To keep your CV succinct, include more detail on experiences that are directly relevant to the role you are applying for and less information on roles/pieces of experience that are less relevant. 

A helpful way to keep your CV concise is to avoid repeating the same responsibilities for different roles. You can write “responsibilities as listed in the previous post“ and build your experience with additional responsibilities that you had in each role.  

  • The ‘Essential Requirements’ listed in the advert are the skills and/or experience that are necessary to deliver in the role. Your CV should directly reference your relevant experience in the essential requirements.  

If you have experience similar to the responsibilities listed in the candidate information pack (which is attached to every DCMS job advert) please reference this within your CV. Use every opportunity to show that you have the required skills and experience. 

If your interests outside of work correlate with the work of the team you are applying to join include details about them! Your CV is the first way the panel gets to know you and we are interested in your experience both in, and outside of, the workplace. 

Statement of Suitability

  • The statement of suitability is not a cover letter. It should specifically refer to the essential requirements detailed in the candidate information pack.
  • Highlight evidence of your experience which demonstrates how you meet the essential requirements listed in the candidate information pack.
  • Think about how you structure your statement of suitability so that it is clear to the panel what criteria/skills you are referencing.
  • Briefly address why you are interested in the position.
  • Make full use of the available word count, which will be in the candidate information pack, and avoid bullet points.
  • Focus on what you personally have done, rather than using ‘we’ or ‘my team’ too much.

The candidate information pack attached to the job advert will detail what to expect in your interview, highlighting which of the success profiles you will be assessed against. 

Your invitation to the interview will detail whether you need to prepare anything, such as a presentation. Where presentations are used, the topic/question will be given to you in advance and should state whether or not you can use visual aids.


The behaviours that will be tested in the interview will be listed in your candidate information pack attached to the job advert. 

You may be asked to submit a behaviour statement as part of your application and be tested on this same behaviour in interview. You can provide the same example if it is relevant to the specific question asked.

To ensure you have a solid and robust answer, ensure that your example meets the definition of the behaviour for the grade of role that you are applying for, which can be found here.  

All behaviour answers should be structured in the STAR format.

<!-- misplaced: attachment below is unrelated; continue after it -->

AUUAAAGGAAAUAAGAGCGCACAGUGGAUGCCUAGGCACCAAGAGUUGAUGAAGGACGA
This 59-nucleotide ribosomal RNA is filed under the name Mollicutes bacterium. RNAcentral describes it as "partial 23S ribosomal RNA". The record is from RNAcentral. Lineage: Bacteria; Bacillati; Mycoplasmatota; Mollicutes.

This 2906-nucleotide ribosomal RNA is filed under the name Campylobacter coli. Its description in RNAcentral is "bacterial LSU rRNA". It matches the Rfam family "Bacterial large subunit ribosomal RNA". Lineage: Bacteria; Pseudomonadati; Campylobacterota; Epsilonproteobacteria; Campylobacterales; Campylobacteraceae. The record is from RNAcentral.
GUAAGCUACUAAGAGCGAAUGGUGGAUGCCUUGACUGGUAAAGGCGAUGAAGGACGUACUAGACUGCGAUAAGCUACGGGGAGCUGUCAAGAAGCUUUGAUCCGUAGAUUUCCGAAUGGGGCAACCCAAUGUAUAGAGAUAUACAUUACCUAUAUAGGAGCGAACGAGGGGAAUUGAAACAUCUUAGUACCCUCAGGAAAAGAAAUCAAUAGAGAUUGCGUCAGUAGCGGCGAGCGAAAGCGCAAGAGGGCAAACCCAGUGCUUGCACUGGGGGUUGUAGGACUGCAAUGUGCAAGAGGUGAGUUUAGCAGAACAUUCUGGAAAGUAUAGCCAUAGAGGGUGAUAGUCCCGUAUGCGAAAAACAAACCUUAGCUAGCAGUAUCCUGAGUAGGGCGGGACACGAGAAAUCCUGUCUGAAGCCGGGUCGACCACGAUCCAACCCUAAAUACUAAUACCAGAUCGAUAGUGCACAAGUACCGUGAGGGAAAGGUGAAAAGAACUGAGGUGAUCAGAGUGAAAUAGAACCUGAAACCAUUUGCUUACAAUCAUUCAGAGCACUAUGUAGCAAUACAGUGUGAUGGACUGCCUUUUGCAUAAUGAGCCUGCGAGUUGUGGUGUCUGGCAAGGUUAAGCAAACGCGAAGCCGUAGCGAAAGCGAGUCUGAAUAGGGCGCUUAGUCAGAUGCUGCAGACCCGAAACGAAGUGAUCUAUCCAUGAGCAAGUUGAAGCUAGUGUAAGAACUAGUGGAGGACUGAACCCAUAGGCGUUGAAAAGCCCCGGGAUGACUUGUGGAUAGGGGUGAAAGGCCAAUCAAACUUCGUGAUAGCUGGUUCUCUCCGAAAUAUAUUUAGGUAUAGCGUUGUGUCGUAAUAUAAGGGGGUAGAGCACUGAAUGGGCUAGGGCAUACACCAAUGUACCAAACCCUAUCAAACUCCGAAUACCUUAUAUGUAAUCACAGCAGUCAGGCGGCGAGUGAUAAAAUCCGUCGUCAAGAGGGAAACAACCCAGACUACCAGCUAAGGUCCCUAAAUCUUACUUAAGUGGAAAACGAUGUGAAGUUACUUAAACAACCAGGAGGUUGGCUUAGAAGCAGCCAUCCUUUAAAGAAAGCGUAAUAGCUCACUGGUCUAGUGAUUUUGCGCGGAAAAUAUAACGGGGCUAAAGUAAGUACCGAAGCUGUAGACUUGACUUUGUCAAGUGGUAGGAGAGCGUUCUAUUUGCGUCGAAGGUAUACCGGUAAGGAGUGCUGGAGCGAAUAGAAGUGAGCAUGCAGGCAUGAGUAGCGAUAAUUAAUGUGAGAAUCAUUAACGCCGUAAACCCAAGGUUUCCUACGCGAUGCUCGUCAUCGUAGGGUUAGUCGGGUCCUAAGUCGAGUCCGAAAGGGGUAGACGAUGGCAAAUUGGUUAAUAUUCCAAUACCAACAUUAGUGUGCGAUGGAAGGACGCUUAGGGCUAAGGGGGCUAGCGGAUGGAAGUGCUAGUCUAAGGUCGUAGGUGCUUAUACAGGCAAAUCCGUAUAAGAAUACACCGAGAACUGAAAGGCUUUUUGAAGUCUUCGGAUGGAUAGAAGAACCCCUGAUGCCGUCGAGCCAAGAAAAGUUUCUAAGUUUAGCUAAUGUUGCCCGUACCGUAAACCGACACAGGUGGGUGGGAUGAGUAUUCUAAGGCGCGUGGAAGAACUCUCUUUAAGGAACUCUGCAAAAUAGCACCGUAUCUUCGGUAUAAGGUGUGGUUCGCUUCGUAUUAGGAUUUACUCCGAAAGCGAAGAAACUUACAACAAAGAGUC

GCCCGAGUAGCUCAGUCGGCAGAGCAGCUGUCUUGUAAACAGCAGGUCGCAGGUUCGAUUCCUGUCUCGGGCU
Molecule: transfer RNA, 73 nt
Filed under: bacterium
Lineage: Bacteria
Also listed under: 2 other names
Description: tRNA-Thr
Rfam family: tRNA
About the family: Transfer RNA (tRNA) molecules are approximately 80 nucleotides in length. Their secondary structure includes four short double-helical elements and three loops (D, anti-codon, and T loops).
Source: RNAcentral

Situation – The situation is the challenge/issue/project you had to deal with. 

Task – What task(s) you were given to do.

Action – The action(s) you took. 

Result – What was the outcome of your action(s). 

To ensure that you are structuring your answer effectively please follow this advised format in terms of how you split the available word count: 10% Situation 10% Task 60% Action 20% Result.

Behaviour answers should be between 5-8 minutes in length. Going beyond this amount of time may jeopardise other sections of the interview for example preventing the panel from asking follow up questions, ultimately going over time can impact your overall score. It is not necessary to give background information before starting your answer or to explain why you think it is a relevant example.

The use of data, whether that be facts or figures, can strengthen your answer and give more depth to the result element of your response.


The candidate information pack will detail if strengths will be assessed, but it will not specify what strengths will be assessed. 

There are certain strengths that complement the behaviours outlined in the candidate information pack. You can review this in the strengths dictionary

It is important to remember that scores are awarded for strengths based on what you enjoy doing and what you are good at. You should show clear willingness, desire and motivation to demonstrate the skill in your strength response.

Strengths are different to behaviour questions and the panel are not expecting a STAR formatted answer. Instead, they will look for a natural and authentic response. However, you may choose to reference an example if it would be helpful to support your response.

Strength answers are expected to be about 2 minutes long, going over this time could impact your score.

Workshop Feedback

“This workshop is an excellent initiative. It is incredibly helpful for someone outside of the Civil Service as it goes into detail about how to write a Civil Service application and prepare for an interview”

Workshop Feedback

“The example interview question role play between the two presenters was brilliant. I loved how they demonstrated using the STAR (situation, task, action, result) methodology”